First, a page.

Sandy has brought new urgency to a water resources bill.
Two weeks after talking at length about how to respond to the damage caused by Superstorm Sandy, the Senate committee in charge of flood control and water resources returned to the topic yesterday, this time inviting Congressional colleagues to testify about the storm’s effects in their home states or districts.
A bipartisan roster of senators and representatives from Connecticut, Delaware, Maryland, New Jersey, New York, and Rhode Island told stories of constituent woe and perseverance, while demanding that the country help them recover from the storm, whose damage estimates have jumped to nearly $US 80 billion.
“We can’t rebuild the way it was built before — that’s just a waste of money. We’ve got to prevent the damage in the future,” said Environment and Public Works committee chair Barbara Boxer (D-California).
Boxer, who has added a new section to the Water Resources Development Act on reducing the risk from extreme weather, said Sandy shows why it is important that the legislation moves forward in the waning days of the 112th Congress.
Several members of Congress described restoration projects that protected parts of their coast. Tom Carper (D-Delaware) said that natural systems such as dunes and wide beaches saved his state hundreds of millions of dollars in damages.
“Natural protection, like these beaches, can withstand storm surge and waves better than dikes or seawalls while also enhancing our environment,” he said, also suggesting that officials look into other buffers such as wetlands, oyster beds, and sea grass.
Similarly, Ben Cardin (D-Maryland) lauded the dune restoration and beach expansion at Assateague Island, which protected the resort town of Ocean City. “It worked, madam chairman. Assateague Island worked!” exclaimed Cardin, who introduced legislation in October 2011 to provide federal grants to help communities adapt their water and sewer infrastructure to a changing climate.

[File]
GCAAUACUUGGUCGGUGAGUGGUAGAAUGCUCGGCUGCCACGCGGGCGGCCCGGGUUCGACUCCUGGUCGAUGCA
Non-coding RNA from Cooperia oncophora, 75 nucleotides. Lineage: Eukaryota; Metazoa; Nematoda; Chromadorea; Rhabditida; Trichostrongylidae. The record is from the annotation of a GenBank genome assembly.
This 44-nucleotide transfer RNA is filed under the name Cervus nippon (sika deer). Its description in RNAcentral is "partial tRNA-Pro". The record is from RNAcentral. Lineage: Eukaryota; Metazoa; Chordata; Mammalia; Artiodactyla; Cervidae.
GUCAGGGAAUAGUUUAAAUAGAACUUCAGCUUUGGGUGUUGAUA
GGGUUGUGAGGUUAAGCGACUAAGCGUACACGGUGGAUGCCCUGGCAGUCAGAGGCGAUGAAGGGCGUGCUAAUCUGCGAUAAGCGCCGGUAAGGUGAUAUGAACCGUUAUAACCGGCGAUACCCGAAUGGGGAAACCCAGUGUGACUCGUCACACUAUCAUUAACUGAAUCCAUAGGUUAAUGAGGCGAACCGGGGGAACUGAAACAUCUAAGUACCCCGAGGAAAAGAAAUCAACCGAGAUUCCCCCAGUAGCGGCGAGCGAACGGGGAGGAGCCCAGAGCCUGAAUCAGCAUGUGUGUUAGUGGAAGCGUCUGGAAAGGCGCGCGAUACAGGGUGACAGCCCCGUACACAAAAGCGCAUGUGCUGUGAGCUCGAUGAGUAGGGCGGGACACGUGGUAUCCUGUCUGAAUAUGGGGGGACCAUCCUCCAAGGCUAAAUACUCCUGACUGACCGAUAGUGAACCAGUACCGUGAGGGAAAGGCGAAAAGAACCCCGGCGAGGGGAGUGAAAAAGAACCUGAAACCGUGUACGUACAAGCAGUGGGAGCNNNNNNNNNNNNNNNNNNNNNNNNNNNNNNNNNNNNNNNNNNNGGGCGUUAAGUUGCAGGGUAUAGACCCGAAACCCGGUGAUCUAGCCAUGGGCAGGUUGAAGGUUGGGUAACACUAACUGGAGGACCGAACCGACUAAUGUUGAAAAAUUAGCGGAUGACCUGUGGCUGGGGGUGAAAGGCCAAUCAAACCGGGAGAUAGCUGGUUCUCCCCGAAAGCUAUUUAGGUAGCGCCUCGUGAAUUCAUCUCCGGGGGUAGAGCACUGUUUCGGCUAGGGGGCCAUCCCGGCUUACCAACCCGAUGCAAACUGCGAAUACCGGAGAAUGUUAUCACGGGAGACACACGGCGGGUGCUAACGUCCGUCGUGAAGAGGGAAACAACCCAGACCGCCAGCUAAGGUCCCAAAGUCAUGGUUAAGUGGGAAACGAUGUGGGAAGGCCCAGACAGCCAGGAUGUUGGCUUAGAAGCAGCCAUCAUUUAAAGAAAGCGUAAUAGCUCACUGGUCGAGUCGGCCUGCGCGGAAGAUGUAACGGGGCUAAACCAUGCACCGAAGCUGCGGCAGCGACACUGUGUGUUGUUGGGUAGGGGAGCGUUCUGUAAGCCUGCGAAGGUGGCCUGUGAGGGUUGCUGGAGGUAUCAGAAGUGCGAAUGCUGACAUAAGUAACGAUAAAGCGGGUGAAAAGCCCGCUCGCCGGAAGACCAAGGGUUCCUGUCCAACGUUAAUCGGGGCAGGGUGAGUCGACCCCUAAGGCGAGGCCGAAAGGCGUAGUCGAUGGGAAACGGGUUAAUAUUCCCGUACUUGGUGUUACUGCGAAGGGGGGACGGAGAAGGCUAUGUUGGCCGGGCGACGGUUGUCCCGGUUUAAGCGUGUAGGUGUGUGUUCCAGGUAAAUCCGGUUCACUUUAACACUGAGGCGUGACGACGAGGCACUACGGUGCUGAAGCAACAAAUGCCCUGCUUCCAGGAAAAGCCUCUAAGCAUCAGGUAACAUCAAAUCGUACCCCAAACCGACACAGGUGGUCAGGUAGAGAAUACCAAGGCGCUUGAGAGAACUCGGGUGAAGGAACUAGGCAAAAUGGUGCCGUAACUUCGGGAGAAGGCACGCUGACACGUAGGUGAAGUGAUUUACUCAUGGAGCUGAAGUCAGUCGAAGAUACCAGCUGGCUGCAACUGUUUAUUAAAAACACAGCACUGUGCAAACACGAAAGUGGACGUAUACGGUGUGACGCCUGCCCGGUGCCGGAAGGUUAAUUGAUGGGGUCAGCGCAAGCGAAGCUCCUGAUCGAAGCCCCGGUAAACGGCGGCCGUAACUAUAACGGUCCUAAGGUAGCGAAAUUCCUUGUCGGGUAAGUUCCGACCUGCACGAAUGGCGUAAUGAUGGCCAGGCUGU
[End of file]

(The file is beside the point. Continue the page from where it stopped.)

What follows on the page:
“[Beach restoration] prevented a lot more damage than would otherwise have occurred,” Cardin continued. “I know it’s an investment and sometimes people wonder why we make those investments, but we make those investments to save lives and property. And it did work. So I’m going to be coming back to my colleagues and telling you that we need to invest in those common sense ways that we can deal with the realities of severe weather.”
New Jersey Democrat Frank Lautenberg listed four vulnerable areas for his state — flood control, water infrastructure, transportation systems, and Superfund sites, at least two of which were damaged by Sandy and might have resulted in toxic spills.
Lautenberg said he has written a letter to the U.S. Environmental Protection Agency requesting an investigation of the storm’s effect on Superfund sites in the region. This week he introduced legislation that would make such assessments mandatory following a natural disaster.
Like his fellow witnesses, Lautenberg said a silver lining to the storm was the performance of dune restoration and beach widening projects. “Up and down our Jersey coast,” he said, showing examples from Long Beach Island, “we saw that homes behind dunes built up by the Army Corps were still standing after the storm, even when nearby homes without these projects were totally destroyed.”
The hearing was a rare jewel for this Congress. The members in the committee chamber expressed a near unanimity of purpose, that the region’s vital systems must be made stronger and more resilient. If we can’t get this done, Boxer said, “shame on us. Certain things are way above politics, and this superstorm is one of them.”
Brett writes about agriculture, energy, infrastructure, and the politics and economics of water in the United States. He also writes the Federal Water Tap, Circle of Blue’s weekly digest of U.S. government water news. He is the winner of two Society of Environmental Journalists reporting awards, one of the top honors in American environmental journalism: first place for explanatory reporting for a series on septic system pollution in the United States(2016) and third place for beat reporting in a small market (2014). He received the Sierra Club’s Distinguished Service Award in 2018. Brett lives in Seattle, where he hikes the mountains and bakes pies. Contact Brett Walton